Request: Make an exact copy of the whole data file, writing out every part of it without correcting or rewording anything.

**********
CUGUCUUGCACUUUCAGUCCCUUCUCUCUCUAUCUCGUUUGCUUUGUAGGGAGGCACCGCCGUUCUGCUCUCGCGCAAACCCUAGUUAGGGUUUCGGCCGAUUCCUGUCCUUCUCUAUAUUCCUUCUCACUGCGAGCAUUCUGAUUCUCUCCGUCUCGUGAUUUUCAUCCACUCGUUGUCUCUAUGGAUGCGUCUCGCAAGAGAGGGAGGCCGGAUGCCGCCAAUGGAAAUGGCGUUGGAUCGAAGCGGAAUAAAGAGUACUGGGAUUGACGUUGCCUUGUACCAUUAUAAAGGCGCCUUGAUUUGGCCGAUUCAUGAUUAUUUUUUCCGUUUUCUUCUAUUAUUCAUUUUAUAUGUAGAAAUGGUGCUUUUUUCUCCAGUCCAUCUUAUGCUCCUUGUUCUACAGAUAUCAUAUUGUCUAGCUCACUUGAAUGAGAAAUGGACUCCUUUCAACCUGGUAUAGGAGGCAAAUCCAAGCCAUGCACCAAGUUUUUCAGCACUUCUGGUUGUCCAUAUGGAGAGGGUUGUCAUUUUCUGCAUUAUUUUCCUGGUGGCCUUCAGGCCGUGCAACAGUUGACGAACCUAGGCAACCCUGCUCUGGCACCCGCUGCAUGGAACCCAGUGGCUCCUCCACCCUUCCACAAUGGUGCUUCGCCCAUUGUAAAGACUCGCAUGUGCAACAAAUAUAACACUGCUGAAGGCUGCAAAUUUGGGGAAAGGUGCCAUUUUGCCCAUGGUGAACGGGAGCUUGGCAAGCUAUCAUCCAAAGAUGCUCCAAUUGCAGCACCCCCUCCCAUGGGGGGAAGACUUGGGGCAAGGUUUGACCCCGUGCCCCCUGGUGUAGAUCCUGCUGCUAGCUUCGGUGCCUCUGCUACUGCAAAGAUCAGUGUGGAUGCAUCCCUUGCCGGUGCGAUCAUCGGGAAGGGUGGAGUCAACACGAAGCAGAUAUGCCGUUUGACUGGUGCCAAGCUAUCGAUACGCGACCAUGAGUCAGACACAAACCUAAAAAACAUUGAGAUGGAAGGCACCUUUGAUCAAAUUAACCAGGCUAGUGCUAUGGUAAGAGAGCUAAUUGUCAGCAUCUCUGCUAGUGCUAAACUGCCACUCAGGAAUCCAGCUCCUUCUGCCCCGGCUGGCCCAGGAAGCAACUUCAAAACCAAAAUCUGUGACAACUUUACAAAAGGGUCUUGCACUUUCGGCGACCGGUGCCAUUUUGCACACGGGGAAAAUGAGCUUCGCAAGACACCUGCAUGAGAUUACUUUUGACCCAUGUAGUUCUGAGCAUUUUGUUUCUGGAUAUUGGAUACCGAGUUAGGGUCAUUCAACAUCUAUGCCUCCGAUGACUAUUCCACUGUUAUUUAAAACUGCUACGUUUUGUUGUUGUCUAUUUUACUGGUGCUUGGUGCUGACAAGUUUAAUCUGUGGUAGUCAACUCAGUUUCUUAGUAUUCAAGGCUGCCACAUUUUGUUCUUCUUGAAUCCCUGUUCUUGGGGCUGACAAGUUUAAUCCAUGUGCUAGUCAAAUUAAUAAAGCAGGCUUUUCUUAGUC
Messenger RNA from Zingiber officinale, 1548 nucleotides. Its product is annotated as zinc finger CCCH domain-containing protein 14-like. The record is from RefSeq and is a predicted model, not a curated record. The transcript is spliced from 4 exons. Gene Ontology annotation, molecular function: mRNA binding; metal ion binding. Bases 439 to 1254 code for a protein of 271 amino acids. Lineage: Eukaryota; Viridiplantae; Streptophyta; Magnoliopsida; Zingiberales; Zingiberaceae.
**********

CUGUCUUGCACUUUCAGUCCCUUCUCUCUCUAUCUCGUUUGCUUUGUAGGGAGGCACCGCCGUUCUGCUCUCGCGCAAACCCUAGUUAGGGUUUCGGCCGAUUCCUGUCCUUCUCUAUAUUCCUUCUCACUGCGAGCAUUCUGAUUCUCUCCGUCUCGUGAUUUUCAUCCACUCGUUGUCUCUAUGGAUGCGUCUCGCAAGAGAGGGAGGCCGGAUGCCGCCAAUGGAAAUGGCGUUGGAUCGAAGCGGAAUAAAGAGUACUGGGAUUGACGUUGCCUUGUACCAUUAUAAAGGCGCCUUGAUUUGGCCGAUUCAUGAUUAUUUUUUCCGUUUUCUUCUAUUAUUCAUUUUAUAUGUAGAAAUGGUGCUUUUUUCUCCAGUCCAUCUUAUGCUCCUUGUUCUACAGAUAUCAUAUUGUCUAGCUCACUUGAAUGAGAAAUGGACUCCUUUCAACCUGGUAUAGGAGGCAAAUCCAAGCCAUGCACCAAGUUUUUCAGCACUUCUGGUUGUCCAUAUGGAGAGGGUUGUCAUUUUCUGCAUUAUUUUCCUGGUGGCCUUCAGGCCGUGCAACAGUUGACGAACCUAGGCAACCCUGCUCUGGCACCCGCUGCAUGGAACCCAGUGGCUCCUCCACCCUUCCACAAUGGUGCUUCGCCCAUUGUAAAGACUCGCAUGUGCAACAAAUAUAACACUGCUGAAGGCUGCAAAUUUGGGGAAAGGUGCCAUUUUGCCCAUGGUGAACGGGAGCUUGGCAAGCUAUCAUCCAAAGAUGCUCCAAUUGCAGCACCCCCUCCCAUGGGGGGAAGACUUGGGGCAAGGUUUGACCCCGUGCCCCCUGGUGUAGAUCCUGCUGCUAGCUUCGGUGCCUCUGCUACUGCAAAGAUCAGUGUGGAUGCAUCCCUUGCCGGUGCGAUCAUCGGGAAGGGUGGAGUCAACACGAAGCAGAUAUGCCGUUUGACUGGUGCCAAGCUAUCGAUACGCGACCAUGAGUCAGACACAAACCUAAAAAACAUUGAGAUGGAAGGCACCUUUGAUCAAAUUAACCAGGCUAGUGCUAUGGUAAGAGAGCUAAUUGUCAGCAUCUCUGCUAGUGCUAAACUGCCACUCAGGAAUCCAGCUCCUUCUGCCCCGGCUGGCCCAGGAAGCAACUUCAAAACCAAAAUCUGUGACAACUUUACAAAAGGGUCUUGCACUUUCGGCGACCGGUGCCAUUUUGCACACGGGGAAAAUGAGCUUCGCAAGACACCUGCAUGAGAUUACUUUUGACCCAUGUAGUUCUGAGCAUUUUGUUUCUGGAUAUUGGAUACCGAGUUAGGGUCAUUCAACAUCUAUGCCUCCGAUGACUAUUCCACUGUUAUUUAAAACUGCUACGUUUUGUUGUUGUCUAUUUUACUGGUGCUUGGUGCUGACAAGUUUAAUCUGUGGUAGUCAACUCAGUUUCUUAGUAUUCAAGGCUGCCACAUUUUGUUCUUCUUGAAUCCCUGUUCUUGGGGCUGACAAGUUUAAUCCAUGUGCUAGUCAAAUUAAUAAAGCAGGCUUUUCUUAGUC
Messenger RNA from Zingiber officinale, 1548 nucleotides. Its product is annotated as zinc finger CCCH domain-containing protein 14-like. The record is from RefSeq and is a predicted model, not a curated record. The transcript is spliced from 4 exons. Gene Ontology annotation, molecular function: mRNA binding; metal ion binding. Bases 439 to 1254 code for a protein of 271 amino acids. Lineage: Eukaryota; Viridiplantae; Streptophyta; Magnoliopsida; Zingiberales; Zingiberaceae.